None of the above

Canadians are disillusioned with politics and impatient over unity


None of the above

Canadians are disillusioned with politics and impatient over unity


None of the above

CANADA The Maclean's Election Panel

Canadians are disillusioned with politics and impatient over unity


Liberal Prime Minister Jean Chrétien may not be the most popular leader in Canada’s history, but he outranks the current competition. That, at least, appeared to be the opinion of the majority of panelists canvassed last week for Maclean’s weekly survey of at least 10 undecided voters in each of five ridings across the country. While many criticized Chrétien’s performance on issues ranging from unemployment to national unity, most seemed resigned to another Liberal term—largely due to a perceived lack of alternatives. Objections to the other leaders—Reform’s Preston Manning, the Bloc Québécois’s Gilles Duceppe, New Democrat Alexa McDonough and the Conservatives’ Jean Charest— ranged from lack of national appeal to uninspiring, even unpleasant, personal style. Only Charest appeared to strike a chord in all five communities, but even many of his fans say they are reluctant to support a party with so few seats in Parliament.

That disenchantment with leaders may partly explain what appears to be a changing attitude towards national unity. Convinced that politicians are incapable of resolving the issue, panel members outside Quebec suggested that English Canada has had its say—no special status for Quebec—and that the question must be resolved by Quebecers. And while the Montreal-area panelists were clearly concerned with the unity question, the sense of crisis that surrounded the October, 1995, referendum appears to have ebbed. In fact, Canadians now seem unified in at least one respect: virtually everywhere, voters remain most worried about whether the future holds prosperity—or penury.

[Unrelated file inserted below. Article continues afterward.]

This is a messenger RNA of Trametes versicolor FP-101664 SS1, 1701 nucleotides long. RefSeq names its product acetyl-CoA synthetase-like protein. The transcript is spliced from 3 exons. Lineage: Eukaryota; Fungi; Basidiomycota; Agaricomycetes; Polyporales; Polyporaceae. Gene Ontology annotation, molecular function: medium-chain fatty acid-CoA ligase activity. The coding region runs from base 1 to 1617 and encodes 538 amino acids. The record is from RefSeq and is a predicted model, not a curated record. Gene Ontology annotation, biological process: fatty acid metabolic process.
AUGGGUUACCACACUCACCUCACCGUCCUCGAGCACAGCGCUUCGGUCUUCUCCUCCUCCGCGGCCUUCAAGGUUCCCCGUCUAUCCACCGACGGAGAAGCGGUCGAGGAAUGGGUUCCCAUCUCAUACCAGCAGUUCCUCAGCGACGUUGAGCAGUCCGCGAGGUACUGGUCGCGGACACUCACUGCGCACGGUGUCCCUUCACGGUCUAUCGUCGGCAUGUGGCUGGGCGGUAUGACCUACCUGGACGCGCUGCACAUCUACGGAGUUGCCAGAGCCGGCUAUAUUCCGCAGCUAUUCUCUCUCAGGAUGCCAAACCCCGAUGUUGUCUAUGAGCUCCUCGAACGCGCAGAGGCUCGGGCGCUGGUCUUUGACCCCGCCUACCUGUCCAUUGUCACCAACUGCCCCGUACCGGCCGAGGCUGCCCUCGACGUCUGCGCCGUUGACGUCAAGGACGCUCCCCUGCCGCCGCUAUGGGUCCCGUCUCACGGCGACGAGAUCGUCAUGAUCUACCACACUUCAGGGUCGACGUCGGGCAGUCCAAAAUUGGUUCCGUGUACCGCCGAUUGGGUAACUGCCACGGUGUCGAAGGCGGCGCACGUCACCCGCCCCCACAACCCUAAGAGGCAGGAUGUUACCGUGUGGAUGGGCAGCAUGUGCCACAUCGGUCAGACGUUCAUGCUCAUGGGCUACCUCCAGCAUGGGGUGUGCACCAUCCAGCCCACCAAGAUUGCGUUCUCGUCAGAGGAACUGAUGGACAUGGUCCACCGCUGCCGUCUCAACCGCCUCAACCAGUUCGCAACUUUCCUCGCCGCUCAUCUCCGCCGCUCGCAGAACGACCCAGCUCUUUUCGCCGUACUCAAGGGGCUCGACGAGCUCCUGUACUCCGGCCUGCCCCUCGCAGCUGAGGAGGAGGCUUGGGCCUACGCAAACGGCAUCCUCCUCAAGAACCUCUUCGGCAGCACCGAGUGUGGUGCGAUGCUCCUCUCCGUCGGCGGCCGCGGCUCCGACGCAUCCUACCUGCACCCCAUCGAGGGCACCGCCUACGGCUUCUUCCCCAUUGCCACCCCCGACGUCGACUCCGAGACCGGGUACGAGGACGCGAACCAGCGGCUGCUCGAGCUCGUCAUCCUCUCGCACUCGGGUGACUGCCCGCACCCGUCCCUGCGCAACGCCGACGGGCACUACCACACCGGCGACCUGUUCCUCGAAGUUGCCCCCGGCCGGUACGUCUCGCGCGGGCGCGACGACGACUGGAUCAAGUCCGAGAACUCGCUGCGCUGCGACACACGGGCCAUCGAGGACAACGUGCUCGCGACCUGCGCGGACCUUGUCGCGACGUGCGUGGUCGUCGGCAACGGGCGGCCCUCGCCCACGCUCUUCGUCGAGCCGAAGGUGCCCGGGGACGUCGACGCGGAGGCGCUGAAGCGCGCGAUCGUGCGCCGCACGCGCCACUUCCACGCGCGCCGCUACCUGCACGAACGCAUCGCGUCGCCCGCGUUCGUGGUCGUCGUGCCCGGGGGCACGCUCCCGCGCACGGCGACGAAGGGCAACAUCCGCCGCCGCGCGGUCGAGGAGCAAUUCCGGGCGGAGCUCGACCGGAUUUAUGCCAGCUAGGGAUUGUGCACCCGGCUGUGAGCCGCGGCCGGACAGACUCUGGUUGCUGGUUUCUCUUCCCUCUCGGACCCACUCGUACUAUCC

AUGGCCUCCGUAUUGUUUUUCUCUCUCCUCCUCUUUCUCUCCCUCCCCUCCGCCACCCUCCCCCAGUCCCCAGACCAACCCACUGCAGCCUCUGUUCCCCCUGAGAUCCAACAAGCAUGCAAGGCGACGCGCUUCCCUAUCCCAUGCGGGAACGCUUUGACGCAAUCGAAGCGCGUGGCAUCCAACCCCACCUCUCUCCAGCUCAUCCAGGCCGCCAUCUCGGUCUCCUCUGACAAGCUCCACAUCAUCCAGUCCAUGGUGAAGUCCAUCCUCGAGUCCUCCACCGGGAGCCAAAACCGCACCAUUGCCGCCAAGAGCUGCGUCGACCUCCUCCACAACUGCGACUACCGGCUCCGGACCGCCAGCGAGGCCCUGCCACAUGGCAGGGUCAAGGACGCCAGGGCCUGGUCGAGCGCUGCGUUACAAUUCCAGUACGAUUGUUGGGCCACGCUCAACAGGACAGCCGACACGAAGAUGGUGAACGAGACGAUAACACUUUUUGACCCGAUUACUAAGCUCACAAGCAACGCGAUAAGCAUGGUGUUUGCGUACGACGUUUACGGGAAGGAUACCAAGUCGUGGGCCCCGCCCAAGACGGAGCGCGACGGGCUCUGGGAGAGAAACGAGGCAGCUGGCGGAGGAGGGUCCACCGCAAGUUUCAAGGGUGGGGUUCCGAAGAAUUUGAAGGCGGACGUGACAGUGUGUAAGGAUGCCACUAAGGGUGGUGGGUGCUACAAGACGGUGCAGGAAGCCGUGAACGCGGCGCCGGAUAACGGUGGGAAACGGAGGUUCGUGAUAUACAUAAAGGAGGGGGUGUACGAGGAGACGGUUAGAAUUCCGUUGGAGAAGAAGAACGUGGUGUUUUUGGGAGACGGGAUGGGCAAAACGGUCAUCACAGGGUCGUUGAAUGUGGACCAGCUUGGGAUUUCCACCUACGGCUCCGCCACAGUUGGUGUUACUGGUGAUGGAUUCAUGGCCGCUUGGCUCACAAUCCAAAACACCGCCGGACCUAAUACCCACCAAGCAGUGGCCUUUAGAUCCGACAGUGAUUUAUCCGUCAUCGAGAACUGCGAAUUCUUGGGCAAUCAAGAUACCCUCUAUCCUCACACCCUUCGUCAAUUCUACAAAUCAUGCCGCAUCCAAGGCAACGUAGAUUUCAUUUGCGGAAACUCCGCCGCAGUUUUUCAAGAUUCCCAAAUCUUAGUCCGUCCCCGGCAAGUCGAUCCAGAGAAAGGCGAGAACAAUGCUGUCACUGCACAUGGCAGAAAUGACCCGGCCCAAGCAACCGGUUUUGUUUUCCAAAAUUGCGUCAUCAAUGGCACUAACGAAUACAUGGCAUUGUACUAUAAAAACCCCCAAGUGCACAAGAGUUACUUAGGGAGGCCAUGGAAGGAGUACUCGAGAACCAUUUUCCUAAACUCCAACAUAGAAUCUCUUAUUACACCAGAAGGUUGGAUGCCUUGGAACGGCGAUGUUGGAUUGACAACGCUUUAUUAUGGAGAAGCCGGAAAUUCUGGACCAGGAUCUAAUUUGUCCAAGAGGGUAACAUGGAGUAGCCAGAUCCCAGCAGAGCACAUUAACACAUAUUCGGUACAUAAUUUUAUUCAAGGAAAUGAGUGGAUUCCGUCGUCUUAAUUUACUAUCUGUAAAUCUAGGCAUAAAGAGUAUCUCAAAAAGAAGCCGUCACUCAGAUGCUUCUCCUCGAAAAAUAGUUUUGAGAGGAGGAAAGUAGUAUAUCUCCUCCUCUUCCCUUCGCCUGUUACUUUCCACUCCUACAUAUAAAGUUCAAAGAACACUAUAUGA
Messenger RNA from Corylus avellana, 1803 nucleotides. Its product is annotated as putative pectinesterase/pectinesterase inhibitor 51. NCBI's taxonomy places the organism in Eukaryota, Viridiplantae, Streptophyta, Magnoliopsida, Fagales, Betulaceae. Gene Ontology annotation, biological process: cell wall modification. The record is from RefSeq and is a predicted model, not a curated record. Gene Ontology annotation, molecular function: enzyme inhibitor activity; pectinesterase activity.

HALIFAX So far, the widely watched race between McDonough, incumbent Liberal Mary Clancy and Terry Donahoe, a locally

prominent Tory, has generated no clear trends. But like several other panel members, Condon Macleod, a café owner, believes that the Liberals are in the best position to lead the country.

“Chrétien is not well liked in Quebec,” Macleod acknowledges, “but he seems to understand how Canadians feel.”

When it comes to the other leaders, Jane Machek, an events co-ordinator for the Halifax Chamber of Commerce, is partial to Charest. “I like his earnestness,” she says. “He’s genuine.” She predicts that McDonough will do well in the riding, but is pessimistic about the NDP’s chances at the national level.

“They are too idealistic for an entire country,” she says. As for the unity debate, Machek says enough is enough.

“It’s over and we must go on,” she says. “I don’t agree with recognizing Quebec as a distinct society, because it would be detrimental to the country.” Commentator Stephen Kimber, dean of journalism at King’s College, agrees that McDonough’s personal popularity and high profile could mean an NDP victory in Halifax for the first time ever. The problem for the New Democrats, he says, is that most voters just do not like their policies. “An NDP victory in this riding is not likely to lead to others in Atlantic Canada,” he cautions.